One came rather a long way. Eliot Coleman grows vegetables in Maine, a state in the northeastern US which borders on Canada. He’s been farming organically and sustainably for over 50 years, he has written several books, he’s an educator, researcher and he’s long since become a veg guru: the man who knows how to make a market garden work. The other veg guru didn’t have far to walk – Guy Singh-Watson owns the pub, together with his wife, Geetie Singh, who founded the ‘Duke of Cambridge’ in London. But first and foremost Singh-Watson is a vegetable grower and the founder of Riverford, the organic veg and recipe box scheme that delivers some 50,000 boxes per week to customers in the UK. Since last year the company is employee owned which he sees as much of an achievement as founding Riverford in the first place.
Over organic, non vegan and vegan drinks and nibbles Ben Raskin, the Soil Association’s ‘Mr. Seed and Horticulture’, kicked off the transatlantic veg guru conversation. The organic movement has bounced back and forth across the Atlantic and it has come a very long way. Coleman remembered British authors like Albert Howard (who wrote about the importance of soil health and integrating animals into farm systems in the 1920s), as the go to source for information when he started farming in the 1960s. And in Coleman’s opinion the US organic movement lost the battle over the issue of soil: The original standards for the USDA (US Department of Agriculture) organic label were published in 2000. Recently the fight over hydroponics, the question whether crops grown in water and without soil, can be certified organic, split the organic movement. A lot of big companies and wealthy businessmen, among them Amazon founder Jeff Bezos and Trump Jr., hold stakes in hydroponics and to Coleman it seems that money won over the USDA. To him farming organically means ‘taking care of those three inches of top soil that cover our planet’. To him a functioning soil system is what nurtures plants and provides us with nutrient dense, healthy food. Farming means harvesting sunlight and converting it into food. He doesn’t oppose using LED lights and nutrients dissolved in water for growing stuff in abandoned warehouses or other inner city spaces: just don’t call it organic. ‘I think we lost the meaning of the word ‘organic’ and should come up with another name’, he says.
Coleman’s other bugbear is the fact that the USDA organic label allows for factory farming. For him there is just no way cows in a 20,000 head organic dairy herd will ever see grass, let alone graze it.
Guy Singh-Watson fears that large feedlot dairies are becoming more and more common in the UK, too. The figures back that up: while a record number of dairy farms have been closing down in England and Wales, the over all number of cows and the milk production have remained the same. Both, Coleman and Singh-Watson advocate for small, diverse farms (Riverford works with a group of individual farms and farmers all across the UK). In regard to ‘conventional’ or ‘chemical agriculture’, as Coleman calls it, he quotes the farmer and philosopher Wendell Berry who quipped that industrial farming had turned a solution into two problems: Where farmers on integrated farms once used the manure and straw mixture from their animal barns to fertilize fields and vegetable beds, industrial farms now needed to buy tons of chemical fertilizer, while intensive animal operations fight a constant battle to get rid of animal waste.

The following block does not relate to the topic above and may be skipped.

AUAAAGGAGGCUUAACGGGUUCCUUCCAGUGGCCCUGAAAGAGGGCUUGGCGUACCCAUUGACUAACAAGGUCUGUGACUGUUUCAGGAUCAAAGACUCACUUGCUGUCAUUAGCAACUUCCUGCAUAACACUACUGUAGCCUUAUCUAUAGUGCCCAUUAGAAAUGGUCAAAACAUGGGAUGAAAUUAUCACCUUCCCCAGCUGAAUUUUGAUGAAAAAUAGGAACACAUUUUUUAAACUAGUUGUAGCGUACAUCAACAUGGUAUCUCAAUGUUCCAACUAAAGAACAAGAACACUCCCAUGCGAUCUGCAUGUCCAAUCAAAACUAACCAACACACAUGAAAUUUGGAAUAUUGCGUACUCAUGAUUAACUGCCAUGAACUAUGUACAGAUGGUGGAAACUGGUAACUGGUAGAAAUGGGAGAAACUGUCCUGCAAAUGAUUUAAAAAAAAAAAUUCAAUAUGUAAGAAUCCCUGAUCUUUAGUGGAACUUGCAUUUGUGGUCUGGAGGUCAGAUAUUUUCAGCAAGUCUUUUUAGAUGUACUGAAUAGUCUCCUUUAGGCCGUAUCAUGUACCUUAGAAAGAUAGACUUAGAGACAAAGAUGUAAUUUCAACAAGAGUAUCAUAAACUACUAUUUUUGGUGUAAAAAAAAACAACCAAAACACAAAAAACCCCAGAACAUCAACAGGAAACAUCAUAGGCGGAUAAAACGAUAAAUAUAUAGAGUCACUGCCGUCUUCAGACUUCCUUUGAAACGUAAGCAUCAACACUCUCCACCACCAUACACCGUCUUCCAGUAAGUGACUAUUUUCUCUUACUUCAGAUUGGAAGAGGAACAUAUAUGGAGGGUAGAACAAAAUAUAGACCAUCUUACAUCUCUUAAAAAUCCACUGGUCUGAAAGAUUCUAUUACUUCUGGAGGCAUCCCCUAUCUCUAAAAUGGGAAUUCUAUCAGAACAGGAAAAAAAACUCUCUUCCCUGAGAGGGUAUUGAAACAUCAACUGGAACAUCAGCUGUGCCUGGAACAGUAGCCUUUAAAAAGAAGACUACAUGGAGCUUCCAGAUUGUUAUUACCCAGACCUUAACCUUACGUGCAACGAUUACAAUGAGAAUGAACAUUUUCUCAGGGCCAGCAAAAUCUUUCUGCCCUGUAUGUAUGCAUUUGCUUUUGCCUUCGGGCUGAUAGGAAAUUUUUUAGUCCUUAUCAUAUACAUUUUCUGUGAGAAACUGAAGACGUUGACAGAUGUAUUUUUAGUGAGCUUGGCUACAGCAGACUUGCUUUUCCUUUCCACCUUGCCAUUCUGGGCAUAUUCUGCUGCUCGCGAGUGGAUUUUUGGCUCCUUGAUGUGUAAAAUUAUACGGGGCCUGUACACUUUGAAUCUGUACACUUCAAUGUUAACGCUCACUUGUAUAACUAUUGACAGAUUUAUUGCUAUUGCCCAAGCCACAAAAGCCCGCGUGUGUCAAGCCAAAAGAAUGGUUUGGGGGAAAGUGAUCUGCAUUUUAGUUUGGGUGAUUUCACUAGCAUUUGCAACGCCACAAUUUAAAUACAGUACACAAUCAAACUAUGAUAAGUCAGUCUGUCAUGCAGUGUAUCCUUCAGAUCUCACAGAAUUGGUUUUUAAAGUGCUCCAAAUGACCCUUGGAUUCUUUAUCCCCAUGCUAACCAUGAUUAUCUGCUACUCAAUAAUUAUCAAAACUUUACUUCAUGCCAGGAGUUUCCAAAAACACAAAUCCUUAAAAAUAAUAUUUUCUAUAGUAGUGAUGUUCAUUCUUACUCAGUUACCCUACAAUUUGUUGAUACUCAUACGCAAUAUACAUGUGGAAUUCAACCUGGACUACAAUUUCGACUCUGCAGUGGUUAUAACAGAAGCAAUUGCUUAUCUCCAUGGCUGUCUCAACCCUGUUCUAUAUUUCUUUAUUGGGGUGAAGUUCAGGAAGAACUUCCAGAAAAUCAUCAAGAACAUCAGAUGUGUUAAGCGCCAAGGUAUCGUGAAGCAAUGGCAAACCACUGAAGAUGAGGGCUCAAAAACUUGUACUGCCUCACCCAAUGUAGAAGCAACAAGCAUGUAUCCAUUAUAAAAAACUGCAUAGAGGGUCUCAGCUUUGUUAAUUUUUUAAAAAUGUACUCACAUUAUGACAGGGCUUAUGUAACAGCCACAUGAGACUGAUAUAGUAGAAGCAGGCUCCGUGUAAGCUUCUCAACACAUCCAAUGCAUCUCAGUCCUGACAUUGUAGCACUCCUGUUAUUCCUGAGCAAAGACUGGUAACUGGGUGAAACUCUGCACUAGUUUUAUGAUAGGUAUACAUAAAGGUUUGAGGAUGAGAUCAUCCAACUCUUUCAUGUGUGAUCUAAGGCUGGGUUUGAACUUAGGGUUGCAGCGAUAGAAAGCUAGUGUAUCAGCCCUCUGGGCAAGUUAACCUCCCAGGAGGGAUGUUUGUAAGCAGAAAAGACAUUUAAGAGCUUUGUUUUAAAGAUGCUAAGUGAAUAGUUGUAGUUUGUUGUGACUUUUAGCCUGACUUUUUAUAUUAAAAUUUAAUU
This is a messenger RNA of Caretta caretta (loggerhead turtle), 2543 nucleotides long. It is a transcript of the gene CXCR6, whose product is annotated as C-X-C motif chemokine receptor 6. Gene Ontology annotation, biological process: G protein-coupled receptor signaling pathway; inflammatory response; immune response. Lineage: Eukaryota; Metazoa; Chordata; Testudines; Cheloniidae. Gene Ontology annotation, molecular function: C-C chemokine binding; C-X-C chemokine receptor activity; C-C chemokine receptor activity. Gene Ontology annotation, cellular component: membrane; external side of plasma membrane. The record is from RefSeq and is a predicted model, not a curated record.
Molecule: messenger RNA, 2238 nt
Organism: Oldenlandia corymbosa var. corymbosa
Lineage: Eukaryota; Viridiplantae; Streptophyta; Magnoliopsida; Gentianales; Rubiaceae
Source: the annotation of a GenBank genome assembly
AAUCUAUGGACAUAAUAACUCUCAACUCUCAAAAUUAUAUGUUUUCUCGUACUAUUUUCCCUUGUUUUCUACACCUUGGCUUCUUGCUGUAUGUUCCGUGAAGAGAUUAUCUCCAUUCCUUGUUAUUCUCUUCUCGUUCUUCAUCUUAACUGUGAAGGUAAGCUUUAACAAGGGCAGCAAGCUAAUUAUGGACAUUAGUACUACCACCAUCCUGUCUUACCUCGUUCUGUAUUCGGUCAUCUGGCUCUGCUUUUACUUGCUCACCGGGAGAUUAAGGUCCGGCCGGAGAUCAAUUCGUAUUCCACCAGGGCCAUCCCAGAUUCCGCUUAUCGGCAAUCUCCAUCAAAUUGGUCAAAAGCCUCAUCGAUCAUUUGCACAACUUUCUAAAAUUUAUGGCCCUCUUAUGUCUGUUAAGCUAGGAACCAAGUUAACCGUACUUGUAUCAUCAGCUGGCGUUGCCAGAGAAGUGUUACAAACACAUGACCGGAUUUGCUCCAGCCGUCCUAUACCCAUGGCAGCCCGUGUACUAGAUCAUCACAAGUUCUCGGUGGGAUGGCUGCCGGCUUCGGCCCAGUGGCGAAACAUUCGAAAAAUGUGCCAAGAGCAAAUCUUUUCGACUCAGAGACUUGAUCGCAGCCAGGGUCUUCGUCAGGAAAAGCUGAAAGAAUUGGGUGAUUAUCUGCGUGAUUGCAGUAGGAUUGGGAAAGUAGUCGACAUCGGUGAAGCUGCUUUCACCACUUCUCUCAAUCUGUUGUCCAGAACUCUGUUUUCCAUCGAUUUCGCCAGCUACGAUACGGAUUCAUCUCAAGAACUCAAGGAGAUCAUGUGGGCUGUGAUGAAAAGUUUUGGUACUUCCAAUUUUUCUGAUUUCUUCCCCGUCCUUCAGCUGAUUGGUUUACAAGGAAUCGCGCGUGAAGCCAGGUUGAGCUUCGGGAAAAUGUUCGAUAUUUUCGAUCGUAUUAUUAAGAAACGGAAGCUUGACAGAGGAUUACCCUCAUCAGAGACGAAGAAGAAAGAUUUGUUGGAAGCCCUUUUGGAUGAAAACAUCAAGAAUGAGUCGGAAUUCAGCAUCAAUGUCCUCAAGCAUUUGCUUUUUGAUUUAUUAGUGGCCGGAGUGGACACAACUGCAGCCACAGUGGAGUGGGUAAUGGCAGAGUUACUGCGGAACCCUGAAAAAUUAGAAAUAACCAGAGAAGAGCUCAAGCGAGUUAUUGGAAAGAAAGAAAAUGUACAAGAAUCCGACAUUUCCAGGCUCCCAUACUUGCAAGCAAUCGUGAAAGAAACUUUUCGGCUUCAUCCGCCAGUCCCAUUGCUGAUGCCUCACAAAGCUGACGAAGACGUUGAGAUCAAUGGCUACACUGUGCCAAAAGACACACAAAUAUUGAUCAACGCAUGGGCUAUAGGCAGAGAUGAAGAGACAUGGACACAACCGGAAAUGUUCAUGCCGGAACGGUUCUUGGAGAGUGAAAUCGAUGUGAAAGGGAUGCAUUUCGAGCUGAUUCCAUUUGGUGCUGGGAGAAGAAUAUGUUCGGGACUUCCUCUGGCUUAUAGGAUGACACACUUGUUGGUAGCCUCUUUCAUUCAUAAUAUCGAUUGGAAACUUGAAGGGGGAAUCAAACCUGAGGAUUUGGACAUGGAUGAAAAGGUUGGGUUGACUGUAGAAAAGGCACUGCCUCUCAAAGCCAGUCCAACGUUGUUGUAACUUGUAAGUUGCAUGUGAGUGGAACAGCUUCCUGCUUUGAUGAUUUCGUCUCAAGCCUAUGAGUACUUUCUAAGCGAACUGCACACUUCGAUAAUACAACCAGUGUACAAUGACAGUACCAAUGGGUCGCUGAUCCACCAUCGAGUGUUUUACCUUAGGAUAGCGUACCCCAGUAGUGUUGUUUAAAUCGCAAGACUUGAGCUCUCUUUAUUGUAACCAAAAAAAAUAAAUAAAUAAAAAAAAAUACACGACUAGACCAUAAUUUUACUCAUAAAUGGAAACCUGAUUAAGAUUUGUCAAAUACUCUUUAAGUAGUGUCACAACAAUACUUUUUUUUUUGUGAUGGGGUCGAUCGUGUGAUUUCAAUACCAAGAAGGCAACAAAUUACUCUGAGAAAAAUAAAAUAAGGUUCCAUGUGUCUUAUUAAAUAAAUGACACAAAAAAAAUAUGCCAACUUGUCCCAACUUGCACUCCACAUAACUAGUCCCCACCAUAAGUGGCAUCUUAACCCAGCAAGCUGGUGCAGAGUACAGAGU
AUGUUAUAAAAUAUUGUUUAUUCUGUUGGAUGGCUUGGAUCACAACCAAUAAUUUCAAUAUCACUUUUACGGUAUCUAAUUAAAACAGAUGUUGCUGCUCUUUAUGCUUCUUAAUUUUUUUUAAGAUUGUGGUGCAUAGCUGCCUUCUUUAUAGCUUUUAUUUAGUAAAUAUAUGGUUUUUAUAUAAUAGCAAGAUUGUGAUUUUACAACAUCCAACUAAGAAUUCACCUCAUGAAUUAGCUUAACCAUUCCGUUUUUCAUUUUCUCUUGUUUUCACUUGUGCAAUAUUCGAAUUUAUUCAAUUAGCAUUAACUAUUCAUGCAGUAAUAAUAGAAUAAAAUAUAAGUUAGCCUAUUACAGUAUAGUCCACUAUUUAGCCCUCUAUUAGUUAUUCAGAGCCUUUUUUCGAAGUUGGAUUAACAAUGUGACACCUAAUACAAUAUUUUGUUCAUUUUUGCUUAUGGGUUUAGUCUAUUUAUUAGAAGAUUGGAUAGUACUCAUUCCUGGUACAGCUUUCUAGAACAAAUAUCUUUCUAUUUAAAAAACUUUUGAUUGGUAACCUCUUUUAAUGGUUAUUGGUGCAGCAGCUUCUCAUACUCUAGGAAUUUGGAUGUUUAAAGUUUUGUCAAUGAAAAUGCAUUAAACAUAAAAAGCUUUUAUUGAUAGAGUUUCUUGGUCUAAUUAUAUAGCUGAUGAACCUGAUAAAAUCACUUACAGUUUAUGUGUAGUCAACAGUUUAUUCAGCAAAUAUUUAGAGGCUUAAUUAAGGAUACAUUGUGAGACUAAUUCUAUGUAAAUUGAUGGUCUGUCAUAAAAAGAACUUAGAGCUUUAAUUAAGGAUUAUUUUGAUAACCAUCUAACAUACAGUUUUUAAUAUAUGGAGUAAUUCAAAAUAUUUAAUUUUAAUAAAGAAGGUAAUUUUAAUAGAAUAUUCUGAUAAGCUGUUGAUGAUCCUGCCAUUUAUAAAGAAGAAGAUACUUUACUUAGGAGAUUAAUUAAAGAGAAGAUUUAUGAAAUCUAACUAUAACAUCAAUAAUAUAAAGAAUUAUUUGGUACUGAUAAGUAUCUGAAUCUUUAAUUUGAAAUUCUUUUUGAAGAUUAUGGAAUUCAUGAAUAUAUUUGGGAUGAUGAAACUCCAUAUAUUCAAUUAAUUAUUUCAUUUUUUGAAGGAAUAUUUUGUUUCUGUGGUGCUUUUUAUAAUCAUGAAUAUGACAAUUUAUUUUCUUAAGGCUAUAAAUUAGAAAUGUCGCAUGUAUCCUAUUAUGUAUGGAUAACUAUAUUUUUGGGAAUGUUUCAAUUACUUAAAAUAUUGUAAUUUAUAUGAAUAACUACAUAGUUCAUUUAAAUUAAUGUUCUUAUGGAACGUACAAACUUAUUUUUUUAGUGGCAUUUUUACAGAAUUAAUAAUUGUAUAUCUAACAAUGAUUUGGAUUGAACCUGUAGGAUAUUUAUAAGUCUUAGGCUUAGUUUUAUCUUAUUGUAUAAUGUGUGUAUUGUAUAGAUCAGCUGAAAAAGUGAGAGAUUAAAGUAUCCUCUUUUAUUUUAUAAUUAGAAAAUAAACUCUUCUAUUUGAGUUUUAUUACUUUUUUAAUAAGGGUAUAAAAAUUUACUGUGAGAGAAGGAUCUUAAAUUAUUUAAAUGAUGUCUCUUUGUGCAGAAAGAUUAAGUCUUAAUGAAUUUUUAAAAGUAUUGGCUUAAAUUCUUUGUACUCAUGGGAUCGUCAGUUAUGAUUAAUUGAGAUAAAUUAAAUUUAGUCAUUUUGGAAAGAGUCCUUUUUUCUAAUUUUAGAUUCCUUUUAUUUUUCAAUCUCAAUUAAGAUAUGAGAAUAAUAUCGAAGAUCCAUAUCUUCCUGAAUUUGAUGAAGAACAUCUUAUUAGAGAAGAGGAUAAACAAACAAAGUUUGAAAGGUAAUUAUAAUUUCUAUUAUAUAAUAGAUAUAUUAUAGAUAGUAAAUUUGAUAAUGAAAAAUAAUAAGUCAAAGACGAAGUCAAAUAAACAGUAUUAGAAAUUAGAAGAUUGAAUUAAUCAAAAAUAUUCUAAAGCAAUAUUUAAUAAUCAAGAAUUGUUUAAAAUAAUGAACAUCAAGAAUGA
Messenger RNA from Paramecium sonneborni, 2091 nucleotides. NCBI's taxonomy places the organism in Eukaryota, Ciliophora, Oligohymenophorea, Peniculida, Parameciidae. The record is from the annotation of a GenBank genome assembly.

Asked what he considers to be his proudest achievement Coleman refers back to the time when he started to farm organically. He and all those other ‘back to the land’ hippies had proven that it’s possible to grow excellent food without ruining the planet. The next challenge had been to work out how to do it year round – in particular in a state like Maine, where winters are long and freezing cold. He certainly has worked it out, the 30th anniversary edition of Eliot Coleman’s ‘The New Organic Grower’, published by Chelsea Green, is proof of that. The book was and still is a manual of how to become an organic market gardener. There is lots to learn for hobby gardeners, too, but if you are trying to grow vegetables on a small plot in your garden or in your allotment you might want to look at Coleman’s ‘Four-Season Harvest’ (also published by Chelsea Green) first. It hasn’t just got lots of details and tips what to grow how, where and when but it also lifts a mighty weight of the struggling London allotment holder: Eliot Coleman’s farm is at 44° latitude, London at 51° latitude – so his vegetables get far more light than ours because the days are longer! And though we can’t change the daylight hours, Coleman shares other insights that can suddenly change your perspective: vegetables won’t grow much in the cold season, but plant the right ones at the right time, give them a little protection from the weather and you will have something to harvest. Coleman’s books are practical manuals and guides through the seasons with a bit of travelogue and history thrown in. Read, plan, plant – and keep at hand for future advice and crisis of confidence.
 The conversation between Eliot Coleman and Guy Singh-Watson took place on Monday, January 7th, 2019. The event was organised by Chelsea Green Publishing.
Marianne Landzettel is a journalist writing and blogging about food, farming and agricultural policies in the UK, the US, continental Europe and South Asia. She worked for the BBC World Service and German Public Radio for close to 30 years.
Follow her on twitter at @M_Landzettel
Image (c) Lynn Karlin
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